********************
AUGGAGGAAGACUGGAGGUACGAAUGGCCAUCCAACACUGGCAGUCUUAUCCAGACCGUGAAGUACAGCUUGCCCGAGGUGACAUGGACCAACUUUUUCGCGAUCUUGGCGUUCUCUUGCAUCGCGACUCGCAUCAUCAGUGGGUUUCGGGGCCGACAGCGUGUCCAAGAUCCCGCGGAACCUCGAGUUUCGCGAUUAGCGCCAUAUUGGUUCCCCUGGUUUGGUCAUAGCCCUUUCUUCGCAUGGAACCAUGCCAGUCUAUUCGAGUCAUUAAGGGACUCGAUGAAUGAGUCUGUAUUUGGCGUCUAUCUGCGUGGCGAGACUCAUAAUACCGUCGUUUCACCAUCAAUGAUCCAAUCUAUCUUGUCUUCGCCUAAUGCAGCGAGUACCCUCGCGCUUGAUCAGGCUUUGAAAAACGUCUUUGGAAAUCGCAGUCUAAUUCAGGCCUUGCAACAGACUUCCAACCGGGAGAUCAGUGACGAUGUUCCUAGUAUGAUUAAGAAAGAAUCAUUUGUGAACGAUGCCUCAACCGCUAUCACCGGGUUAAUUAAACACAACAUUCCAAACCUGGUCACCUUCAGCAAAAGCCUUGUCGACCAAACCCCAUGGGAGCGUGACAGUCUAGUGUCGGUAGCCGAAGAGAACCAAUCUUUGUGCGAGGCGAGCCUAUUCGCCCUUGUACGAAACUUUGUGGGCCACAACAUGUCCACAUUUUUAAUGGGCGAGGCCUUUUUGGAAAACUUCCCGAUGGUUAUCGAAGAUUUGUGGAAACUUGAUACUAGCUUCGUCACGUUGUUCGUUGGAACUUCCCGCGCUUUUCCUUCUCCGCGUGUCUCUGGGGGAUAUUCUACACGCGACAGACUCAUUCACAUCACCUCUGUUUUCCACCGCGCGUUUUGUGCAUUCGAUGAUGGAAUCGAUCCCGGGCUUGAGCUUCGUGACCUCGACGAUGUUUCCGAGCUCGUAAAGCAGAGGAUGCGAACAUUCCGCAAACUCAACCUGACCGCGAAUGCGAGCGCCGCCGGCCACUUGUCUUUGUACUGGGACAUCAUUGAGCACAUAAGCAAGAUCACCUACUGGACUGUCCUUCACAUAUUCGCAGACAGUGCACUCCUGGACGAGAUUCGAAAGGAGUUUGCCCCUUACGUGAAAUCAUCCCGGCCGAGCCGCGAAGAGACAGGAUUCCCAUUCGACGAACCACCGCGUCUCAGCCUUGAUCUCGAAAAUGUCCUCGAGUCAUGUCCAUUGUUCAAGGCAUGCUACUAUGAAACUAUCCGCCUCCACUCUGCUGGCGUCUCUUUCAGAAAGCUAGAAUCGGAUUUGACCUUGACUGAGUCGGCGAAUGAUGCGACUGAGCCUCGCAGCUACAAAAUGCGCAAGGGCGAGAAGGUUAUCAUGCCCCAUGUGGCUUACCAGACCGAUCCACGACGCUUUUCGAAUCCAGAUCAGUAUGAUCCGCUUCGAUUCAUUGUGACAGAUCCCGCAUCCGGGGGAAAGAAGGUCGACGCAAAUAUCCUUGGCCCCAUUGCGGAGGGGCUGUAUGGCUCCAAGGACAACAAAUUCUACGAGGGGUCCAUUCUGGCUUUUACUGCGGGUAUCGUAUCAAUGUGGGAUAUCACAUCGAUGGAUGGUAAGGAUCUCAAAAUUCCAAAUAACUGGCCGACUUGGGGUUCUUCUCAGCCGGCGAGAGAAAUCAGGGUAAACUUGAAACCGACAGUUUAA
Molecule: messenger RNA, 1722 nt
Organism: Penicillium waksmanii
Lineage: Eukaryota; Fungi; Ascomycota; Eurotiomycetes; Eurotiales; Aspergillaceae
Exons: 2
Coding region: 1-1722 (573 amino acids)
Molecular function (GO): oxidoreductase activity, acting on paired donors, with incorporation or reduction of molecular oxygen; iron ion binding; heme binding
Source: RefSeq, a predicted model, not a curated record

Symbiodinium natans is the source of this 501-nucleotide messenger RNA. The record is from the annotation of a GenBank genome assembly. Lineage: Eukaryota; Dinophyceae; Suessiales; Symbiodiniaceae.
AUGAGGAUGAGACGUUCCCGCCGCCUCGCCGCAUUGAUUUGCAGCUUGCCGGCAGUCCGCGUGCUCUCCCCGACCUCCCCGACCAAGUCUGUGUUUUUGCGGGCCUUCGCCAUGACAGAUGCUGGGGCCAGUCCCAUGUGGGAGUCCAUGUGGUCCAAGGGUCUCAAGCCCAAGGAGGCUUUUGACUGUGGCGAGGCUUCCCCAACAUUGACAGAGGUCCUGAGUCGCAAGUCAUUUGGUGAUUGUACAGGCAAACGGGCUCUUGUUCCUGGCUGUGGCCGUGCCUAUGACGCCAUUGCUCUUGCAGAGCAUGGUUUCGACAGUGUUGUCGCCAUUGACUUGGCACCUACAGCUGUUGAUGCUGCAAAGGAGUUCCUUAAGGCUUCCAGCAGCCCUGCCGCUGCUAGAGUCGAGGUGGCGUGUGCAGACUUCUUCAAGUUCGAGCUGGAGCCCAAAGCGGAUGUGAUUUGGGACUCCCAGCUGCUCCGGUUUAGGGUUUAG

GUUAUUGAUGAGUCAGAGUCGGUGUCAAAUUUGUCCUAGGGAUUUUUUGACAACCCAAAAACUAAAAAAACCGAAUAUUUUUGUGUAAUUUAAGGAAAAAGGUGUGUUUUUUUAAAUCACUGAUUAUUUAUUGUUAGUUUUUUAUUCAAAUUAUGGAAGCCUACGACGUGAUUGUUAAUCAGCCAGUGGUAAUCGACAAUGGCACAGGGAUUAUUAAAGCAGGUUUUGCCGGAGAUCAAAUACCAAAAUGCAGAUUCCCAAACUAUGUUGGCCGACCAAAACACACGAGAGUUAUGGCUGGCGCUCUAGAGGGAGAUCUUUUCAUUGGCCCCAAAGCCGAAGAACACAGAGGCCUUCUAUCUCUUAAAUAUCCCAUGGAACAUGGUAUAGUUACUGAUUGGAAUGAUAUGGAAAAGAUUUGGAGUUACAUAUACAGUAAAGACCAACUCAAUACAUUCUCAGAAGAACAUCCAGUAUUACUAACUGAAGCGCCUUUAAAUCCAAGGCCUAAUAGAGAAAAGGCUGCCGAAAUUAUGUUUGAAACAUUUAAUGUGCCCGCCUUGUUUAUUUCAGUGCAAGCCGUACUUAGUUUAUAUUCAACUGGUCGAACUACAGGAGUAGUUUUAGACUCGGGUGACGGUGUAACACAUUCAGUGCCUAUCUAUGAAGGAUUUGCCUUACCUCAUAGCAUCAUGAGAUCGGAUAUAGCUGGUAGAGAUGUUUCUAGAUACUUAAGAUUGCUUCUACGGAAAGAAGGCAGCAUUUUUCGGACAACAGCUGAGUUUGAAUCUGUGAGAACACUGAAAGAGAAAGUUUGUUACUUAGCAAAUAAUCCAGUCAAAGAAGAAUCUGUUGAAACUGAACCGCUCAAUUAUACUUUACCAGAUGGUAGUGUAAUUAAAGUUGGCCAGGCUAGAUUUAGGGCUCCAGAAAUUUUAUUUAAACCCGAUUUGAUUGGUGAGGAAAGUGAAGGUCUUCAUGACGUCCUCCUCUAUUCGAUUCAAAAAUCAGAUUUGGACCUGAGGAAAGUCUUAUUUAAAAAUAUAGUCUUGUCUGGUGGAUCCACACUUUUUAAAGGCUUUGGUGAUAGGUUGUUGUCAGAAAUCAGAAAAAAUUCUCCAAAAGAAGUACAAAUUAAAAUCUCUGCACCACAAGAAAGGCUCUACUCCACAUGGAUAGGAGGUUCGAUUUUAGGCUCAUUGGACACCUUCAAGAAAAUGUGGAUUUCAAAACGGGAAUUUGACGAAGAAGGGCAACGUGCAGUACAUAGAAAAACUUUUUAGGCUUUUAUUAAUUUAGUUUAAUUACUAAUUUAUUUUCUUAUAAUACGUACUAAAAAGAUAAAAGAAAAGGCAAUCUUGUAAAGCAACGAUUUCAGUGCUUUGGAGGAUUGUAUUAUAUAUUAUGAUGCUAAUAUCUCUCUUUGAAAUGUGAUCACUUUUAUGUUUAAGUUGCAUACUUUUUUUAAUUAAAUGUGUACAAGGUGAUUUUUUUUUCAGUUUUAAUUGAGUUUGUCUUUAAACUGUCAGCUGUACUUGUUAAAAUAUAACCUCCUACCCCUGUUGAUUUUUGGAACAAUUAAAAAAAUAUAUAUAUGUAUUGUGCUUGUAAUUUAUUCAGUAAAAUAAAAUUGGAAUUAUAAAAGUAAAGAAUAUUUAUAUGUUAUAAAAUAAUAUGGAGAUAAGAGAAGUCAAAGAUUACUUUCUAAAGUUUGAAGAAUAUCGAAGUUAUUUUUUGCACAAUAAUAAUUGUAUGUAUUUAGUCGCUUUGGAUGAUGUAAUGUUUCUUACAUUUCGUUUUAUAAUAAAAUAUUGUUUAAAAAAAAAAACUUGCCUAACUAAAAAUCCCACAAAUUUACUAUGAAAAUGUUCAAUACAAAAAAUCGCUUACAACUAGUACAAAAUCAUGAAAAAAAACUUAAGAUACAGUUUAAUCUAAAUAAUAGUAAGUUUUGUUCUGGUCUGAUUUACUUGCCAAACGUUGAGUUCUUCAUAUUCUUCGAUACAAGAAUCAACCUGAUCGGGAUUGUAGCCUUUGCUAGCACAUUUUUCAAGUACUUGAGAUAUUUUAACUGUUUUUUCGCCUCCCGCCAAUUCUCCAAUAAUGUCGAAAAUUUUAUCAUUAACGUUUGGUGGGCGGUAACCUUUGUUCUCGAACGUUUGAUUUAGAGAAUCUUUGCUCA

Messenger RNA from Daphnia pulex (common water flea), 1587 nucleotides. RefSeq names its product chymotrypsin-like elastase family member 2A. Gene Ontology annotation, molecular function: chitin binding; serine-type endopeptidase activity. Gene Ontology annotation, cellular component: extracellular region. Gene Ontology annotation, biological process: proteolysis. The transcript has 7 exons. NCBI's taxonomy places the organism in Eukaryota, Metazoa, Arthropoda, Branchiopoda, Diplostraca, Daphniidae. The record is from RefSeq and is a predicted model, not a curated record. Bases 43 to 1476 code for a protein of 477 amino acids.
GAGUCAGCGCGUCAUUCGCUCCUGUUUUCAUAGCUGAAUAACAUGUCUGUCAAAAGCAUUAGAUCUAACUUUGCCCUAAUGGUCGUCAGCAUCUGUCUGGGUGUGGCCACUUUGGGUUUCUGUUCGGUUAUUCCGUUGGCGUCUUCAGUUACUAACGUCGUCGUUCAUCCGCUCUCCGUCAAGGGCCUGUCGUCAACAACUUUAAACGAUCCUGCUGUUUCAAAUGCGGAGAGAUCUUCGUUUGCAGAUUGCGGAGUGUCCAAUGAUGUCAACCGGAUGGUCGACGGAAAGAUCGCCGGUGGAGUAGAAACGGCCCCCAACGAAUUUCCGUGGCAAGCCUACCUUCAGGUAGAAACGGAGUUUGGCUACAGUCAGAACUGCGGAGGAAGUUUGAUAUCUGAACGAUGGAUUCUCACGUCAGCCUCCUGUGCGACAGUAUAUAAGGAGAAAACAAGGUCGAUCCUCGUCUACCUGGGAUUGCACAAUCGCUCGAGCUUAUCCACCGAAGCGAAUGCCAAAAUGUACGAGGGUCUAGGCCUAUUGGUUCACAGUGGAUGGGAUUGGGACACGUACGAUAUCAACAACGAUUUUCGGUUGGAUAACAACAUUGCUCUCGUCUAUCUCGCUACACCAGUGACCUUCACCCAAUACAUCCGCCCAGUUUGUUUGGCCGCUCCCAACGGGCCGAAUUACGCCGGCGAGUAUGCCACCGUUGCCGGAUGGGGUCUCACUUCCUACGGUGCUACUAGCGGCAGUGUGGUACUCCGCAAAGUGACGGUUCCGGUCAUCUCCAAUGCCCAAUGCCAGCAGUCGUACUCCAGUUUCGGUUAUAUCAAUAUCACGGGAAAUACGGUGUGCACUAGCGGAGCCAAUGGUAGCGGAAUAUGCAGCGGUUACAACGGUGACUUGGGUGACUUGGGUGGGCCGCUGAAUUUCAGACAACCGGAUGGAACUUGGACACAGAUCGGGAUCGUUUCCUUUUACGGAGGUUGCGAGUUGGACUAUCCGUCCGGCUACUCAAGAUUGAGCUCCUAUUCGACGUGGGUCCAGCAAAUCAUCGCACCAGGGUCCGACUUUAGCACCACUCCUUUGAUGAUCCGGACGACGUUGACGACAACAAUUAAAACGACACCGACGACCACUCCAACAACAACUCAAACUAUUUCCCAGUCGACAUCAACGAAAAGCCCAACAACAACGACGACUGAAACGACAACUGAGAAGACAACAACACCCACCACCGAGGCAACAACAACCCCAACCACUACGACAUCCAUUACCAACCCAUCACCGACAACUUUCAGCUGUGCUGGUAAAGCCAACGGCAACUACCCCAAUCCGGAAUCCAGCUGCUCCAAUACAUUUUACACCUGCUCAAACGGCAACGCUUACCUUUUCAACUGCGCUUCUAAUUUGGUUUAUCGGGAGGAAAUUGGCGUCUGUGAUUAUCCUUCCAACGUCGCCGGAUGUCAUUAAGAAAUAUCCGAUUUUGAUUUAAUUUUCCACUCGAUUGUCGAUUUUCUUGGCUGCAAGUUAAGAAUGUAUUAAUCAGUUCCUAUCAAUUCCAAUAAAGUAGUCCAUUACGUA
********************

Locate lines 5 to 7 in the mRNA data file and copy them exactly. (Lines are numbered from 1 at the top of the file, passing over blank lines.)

Exons: 2
Coding region: 1-1722 (573 amino acids)
Molecular function (GO): oxidoreductase activity, acting on paired donors, with incorporation or reduction of molecular oxygen; iron ion binding; heme binding